Kevin Dent is a 13-year veteran from the digital videogames space. After working on virtually every platform, Kevin set up Tiswaz Entertainment to help start-ups, publishers, and investors reach their goals by leveraging his experience and network. He currently heads up the IGDA Mobile Special Interest Group. The views and opinions expressed in this column do not necessarily reflect those of RPad.TV.
I work in an industry where I admire a lot of people, I am amazingly fortunate to work in an industry that is also incredibly talented. I like that.
The stronger my colleagues are, the stronger it makes me want to climb faster and harder.
There is no greater example of that then the mobile gaming business. 14 years ago I started in this space. At the beginning the games were terrible due to the devices limitations and the way the carriers were assholes.
I was on a panel last year with a person from the carrier business and they were trying to defend their past indiscretions. 13 years of abuse was boxed in my soul and I basically let that person have it. It was grossly unfair, but I had ton of games that would have been profitable if it was not for the fact that unless I supported 1,300 devices that were basically shit and my games would never make it to the store.
The obvious solution was to not make any games, but the solution was also a problem. I REALLY enjoy making games, playing games, reading about games, etc. For me it was a life choice.
At the end of the panel three old-schoolers came to me, applauded me, and told me that my rant was fantastic. In terms of loyalty to the platform that I loved it was pretty amazing. Every compliment rained down on me like a blow.
I was just taking cheap shots. It was infantile.
That said, the person has become a good friend since and I have started to help them a lot, but as I have told them, it is a tough gig. There is just one platform today and that is iOS.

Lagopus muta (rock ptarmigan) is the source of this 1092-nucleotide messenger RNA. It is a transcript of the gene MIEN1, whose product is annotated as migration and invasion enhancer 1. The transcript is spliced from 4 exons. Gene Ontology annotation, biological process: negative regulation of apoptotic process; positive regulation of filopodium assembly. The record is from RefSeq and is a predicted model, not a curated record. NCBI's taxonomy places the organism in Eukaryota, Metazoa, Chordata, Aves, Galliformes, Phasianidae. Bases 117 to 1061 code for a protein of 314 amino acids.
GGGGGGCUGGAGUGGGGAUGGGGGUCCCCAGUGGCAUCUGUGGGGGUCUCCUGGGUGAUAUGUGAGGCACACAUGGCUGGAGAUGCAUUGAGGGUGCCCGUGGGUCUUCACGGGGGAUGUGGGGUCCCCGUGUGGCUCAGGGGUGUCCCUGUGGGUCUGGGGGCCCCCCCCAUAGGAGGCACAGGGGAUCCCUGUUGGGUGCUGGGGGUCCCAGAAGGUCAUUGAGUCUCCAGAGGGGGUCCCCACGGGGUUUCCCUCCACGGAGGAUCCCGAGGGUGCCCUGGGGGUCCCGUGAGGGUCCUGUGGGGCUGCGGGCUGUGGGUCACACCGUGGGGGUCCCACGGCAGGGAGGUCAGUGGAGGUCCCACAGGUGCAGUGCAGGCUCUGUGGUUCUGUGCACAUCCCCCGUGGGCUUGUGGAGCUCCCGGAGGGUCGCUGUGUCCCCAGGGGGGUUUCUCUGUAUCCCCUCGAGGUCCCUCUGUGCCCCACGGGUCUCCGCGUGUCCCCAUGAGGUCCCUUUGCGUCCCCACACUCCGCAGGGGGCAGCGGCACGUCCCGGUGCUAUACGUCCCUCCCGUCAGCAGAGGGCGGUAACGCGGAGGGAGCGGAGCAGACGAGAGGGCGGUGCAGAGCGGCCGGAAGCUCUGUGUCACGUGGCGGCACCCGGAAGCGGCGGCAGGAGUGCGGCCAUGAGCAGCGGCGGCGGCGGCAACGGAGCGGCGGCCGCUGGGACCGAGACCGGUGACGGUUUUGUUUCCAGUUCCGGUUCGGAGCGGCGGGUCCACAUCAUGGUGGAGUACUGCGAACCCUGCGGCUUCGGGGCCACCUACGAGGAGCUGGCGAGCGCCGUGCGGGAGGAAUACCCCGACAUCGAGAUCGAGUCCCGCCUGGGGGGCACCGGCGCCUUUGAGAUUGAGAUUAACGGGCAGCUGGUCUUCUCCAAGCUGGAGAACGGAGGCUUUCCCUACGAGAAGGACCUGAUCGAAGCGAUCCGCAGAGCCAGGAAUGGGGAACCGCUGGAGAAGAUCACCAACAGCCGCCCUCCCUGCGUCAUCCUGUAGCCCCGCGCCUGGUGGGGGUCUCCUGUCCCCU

OK, sorry for the long lead in….
So my point is, is that mobile is hard; it is basically like the best heart surgeon in the world and saying “dude, gonna move to brain surgery”…. Is it possible? Sure, but it is a totally different skillset. It is not even the same sport.
The same can be said about moving from console, coin-op, PC or handheld; they are not really the same sports.
So when Xbox co-creator Seamus Blackley started his new studio, I looked at the lineup and felt two things:
- OMFG these guys are legends.
- OMFG these guys have no clue what they are doing.
To be clear, the team that Seamus has around him is basically legends. They literally invented the arcade machine and probably own 20 percent of my youth in terms of the money I poured into those devices.
I am utterly convinced that these guys are owed respect on such a monumental level that it isn’t even quantifiable.
With that said, I think they owe respect to gamers more than I owe my respect to them. After all, that is who I ultimately work for. The people that do the jobs that suck, the people that don’t buy the branded soda so that they can afford the game that is coming out that month. I am so humbled by those people so profoundly I do not have the words to describe it.
I think that making games is about making something that you are passionate about. Making games is about something that you are willing to put your dream in a box or on a storefront and asking another person to like it; it is the essence of vulnerability. I never feel more empowered than when I am simultaneously vulnerable and empowered at the same time.
To that point, I do not feel empowered by Blackley’s Innovative Leisure studio. I feel that this studio was a great press release.
Creating a mobile game is nowhere near like creating a console or for that matter a console game. It is essentially creating a testosterone aura that is perhaps not deserved.
There are studios springing up all over the place right now; the one I am most interested in is Industrial Toys (Disclosure: I have no financial or emotional interest in their success or otherwise). I have however spoken to the guys and they seem to actually “get it”.
I have read — I think — all of Seamus’s interviews and I do not believe that he gets this new world order. I think he believes that he can trade on his name alone. From a business perspective, that is not an absurd theory. However, it is just a theory at this stage.
I really want Seamus and Co to succeed. I just do not think that they will.